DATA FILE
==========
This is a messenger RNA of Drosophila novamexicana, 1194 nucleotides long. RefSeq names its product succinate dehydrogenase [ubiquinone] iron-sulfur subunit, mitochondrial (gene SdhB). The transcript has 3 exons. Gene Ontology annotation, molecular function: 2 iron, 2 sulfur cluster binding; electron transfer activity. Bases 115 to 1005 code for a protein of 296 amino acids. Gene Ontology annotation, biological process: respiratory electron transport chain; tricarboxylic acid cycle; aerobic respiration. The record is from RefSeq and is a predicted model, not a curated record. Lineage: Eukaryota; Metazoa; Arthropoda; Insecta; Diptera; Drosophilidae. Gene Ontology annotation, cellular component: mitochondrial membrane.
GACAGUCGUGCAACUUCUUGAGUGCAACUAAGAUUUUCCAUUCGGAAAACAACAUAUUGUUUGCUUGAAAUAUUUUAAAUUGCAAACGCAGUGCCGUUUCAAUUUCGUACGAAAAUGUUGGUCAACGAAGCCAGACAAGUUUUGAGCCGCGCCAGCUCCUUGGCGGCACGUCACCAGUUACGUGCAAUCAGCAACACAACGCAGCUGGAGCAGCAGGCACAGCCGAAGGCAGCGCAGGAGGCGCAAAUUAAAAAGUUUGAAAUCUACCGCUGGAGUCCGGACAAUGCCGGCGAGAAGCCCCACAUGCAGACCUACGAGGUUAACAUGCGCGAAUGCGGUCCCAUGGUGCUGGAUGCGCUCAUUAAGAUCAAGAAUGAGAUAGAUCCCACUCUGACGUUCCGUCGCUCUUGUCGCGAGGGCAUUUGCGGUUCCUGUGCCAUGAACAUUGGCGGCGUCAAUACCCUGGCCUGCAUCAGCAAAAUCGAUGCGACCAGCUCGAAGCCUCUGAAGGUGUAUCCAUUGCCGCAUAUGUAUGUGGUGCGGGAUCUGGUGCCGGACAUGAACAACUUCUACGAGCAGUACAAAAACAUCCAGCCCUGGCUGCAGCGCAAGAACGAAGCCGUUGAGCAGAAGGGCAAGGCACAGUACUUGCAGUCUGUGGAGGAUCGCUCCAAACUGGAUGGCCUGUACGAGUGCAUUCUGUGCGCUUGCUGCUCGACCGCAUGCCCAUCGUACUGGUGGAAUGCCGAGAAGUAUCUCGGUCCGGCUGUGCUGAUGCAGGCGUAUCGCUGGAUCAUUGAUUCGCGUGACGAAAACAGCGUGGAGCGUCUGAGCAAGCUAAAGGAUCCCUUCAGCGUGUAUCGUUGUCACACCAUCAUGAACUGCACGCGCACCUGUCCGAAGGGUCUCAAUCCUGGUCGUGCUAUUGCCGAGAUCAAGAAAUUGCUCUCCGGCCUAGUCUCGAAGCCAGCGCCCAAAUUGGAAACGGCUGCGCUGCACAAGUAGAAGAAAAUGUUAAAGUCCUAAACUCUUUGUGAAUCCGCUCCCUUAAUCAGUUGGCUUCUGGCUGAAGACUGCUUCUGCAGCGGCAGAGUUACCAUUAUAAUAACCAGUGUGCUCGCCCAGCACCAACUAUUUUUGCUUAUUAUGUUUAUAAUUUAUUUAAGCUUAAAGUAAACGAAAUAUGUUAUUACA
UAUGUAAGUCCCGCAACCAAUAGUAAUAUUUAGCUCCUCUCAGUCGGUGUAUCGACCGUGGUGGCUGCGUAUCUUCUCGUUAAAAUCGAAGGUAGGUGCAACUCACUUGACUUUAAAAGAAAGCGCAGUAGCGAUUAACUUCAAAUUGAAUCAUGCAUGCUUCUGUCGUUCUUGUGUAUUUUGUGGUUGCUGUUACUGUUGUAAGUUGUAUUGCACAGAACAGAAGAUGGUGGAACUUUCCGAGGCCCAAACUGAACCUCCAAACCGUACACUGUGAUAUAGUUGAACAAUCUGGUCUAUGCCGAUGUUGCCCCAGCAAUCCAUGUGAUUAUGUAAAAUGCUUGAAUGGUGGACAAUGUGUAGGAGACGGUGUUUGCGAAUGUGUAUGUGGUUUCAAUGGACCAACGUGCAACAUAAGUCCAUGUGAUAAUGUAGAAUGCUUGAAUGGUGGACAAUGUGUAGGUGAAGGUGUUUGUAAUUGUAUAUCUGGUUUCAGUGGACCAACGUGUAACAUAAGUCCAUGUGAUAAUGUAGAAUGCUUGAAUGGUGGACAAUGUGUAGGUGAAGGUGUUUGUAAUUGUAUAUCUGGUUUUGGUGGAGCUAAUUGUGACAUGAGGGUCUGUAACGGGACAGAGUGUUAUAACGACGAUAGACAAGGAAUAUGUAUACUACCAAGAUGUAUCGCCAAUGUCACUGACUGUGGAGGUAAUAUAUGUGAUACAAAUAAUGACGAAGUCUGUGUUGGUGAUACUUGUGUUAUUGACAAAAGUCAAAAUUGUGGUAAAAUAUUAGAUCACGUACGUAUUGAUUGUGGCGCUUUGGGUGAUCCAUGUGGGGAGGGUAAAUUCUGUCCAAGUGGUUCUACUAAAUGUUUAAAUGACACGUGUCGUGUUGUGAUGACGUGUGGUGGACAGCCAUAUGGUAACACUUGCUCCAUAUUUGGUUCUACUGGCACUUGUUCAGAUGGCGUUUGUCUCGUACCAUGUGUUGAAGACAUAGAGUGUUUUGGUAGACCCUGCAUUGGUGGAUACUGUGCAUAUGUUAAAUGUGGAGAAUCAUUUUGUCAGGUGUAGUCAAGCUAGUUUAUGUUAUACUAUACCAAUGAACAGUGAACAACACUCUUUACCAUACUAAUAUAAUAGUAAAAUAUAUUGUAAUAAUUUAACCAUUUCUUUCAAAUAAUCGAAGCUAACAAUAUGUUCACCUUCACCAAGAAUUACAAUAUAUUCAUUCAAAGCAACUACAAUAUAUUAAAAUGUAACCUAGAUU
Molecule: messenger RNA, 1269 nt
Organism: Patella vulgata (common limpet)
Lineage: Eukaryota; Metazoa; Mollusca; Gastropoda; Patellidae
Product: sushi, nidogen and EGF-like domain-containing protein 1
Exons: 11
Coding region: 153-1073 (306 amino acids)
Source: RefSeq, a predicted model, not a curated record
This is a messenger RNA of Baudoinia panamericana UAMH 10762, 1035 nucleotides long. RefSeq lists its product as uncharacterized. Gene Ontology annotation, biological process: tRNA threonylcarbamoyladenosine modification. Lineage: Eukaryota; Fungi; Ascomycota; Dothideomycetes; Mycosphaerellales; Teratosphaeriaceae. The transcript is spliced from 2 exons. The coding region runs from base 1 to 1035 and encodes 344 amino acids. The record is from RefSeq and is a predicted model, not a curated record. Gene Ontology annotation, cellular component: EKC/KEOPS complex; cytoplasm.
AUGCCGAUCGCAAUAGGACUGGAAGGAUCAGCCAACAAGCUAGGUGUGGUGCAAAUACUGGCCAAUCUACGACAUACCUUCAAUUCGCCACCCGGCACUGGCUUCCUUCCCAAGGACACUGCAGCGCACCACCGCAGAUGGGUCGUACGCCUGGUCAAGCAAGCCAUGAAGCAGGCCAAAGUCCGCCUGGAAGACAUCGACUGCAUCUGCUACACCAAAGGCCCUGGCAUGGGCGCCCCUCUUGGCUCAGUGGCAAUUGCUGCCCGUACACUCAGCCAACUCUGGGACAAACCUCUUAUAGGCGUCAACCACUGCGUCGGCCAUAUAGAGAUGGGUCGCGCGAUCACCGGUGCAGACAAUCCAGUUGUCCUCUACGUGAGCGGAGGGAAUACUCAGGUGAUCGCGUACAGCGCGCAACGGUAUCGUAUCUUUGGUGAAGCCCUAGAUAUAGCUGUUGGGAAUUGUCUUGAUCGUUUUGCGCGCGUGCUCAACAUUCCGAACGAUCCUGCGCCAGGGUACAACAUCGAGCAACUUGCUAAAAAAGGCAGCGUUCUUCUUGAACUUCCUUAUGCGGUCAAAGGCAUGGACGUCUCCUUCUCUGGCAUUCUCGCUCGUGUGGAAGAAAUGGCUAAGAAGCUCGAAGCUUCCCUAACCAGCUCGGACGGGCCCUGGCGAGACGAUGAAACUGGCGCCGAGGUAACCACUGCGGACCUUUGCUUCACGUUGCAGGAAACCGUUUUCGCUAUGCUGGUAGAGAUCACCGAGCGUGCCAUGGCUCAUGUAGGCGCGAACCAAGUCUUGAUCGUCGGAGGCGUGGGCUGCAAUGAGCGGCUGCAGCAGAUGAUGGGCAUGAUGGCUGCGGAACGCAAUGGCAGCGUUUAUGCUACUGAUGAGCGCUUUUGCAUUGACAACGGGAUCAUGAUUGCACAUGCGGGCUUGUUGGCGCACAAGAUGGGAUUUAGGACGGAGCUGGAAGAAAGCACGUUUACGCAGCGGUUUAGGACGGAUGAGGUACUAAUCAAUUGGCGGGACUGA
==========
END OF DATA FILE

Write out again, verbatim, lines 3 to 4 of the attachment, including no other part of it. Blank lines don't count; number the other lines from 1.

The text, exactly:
UAUGUAAGUCCCGCAACCAAUAGUAAUAUUUAGCUCCUCUCAGUCGGUGUAUCGACCGUGGUGGCUGCGUAUCUUCUCGUUAAAAUCGAAGGUAGGUGCAACUCACUUGACUUUAAAAGAAAGCGCAGUAGCGAUUAACUUCAAAUUGAAUCAUGCAUGCUUCUGUCGUUCUUGUGUAUUUUGUGGUUGCUGUUACUGUUGUAAGUUGUAUUGCACAGAACAGAAGAUGGUGGAACUUUCCGAGGCCCAAACUGAACCUCCAAACCGUACACUGUGAUAUAGUUGAACAAUCUGGUCUAUGCCGAUGUUGCCCCAGCAAUCCAUGUGAUUAUGUAAAAUGCUUGAAUGGUGGACAAUGUGUAGGAGACGGUGUUUGCGAAUGUGUAUGUGGUUUCAAUGGACCAACGUGCAACAUAAGUCCAUGUGAUAAUGUAGAAUGCUUGAAUGGUGGACAAUGUGUAGGUGAAGGUGUUUGUAAUUGUAUAUCUGGUUUCAGUGGACCAACGUGUAACAUAAGUCCAUGUGAUAAUGUAGAAUGCUUGAAUGGUGGACAAUGUGUAGGUGAAGGUGUUUGUAAUUGUAUAUCUGGUUUUGGUGGAGCUAAUUGUGACAUGAGGGUCUGUAACGGGACAGAGUGUUAUAACGACGAUAGACAAGGAAUAUGUAUACUACCAAGAUGUAUCGCCAAUGUCACUGACUGUGGAGGUAAUAUAUGUGAUACAAAUAAUGACGAAGUCUGUGUUGGUGAUACUUGUGUUAUUGACAAAAGUCAAAAUUGUGGUAAAAUAUUAGAUCACGUACGUAUUGAUUGUGGCGCUUUGGGUGAUCCAUGUGGGGAGGGUAAAUUCUGUCCAAGUGGUUCUACUAAAUGUUUAAAUGACACGUGUCGUGUUGUGAUGACGUGUGGUGGACAGCCAUAUGGUAACACUUGCUCCAUAUUUGGUUCUACUGGCACUUGUUCAGAUGGCGUUUGUCUCGUACCAUGUGUUGAAGACAUAGAGUGUUUUGGUAGACCCUGCAUUGGUGGAUACUGUGCAUAUGUUAAAUGUGGAGAAUCAUUUUGUCAGGUGUAGUCAAGCUAGUUUAUGUUAUACUAUACCAAUGAACAGUGAACAACACUCUUUACCAUACUAAUAUAAUAGUAAAAUAUAUUGUAAUAAUUUAACCAUUUCUUUCAAAUAAUCGAAGCUAACAAUAUGUUCACCUUCACCAAGAAUUACAAUAUAUUCAUUCAAAGCAACUACAAUAUAUUAAAAUGUAACCUAGAUU
Molecule: messenger RNA, 1269 nt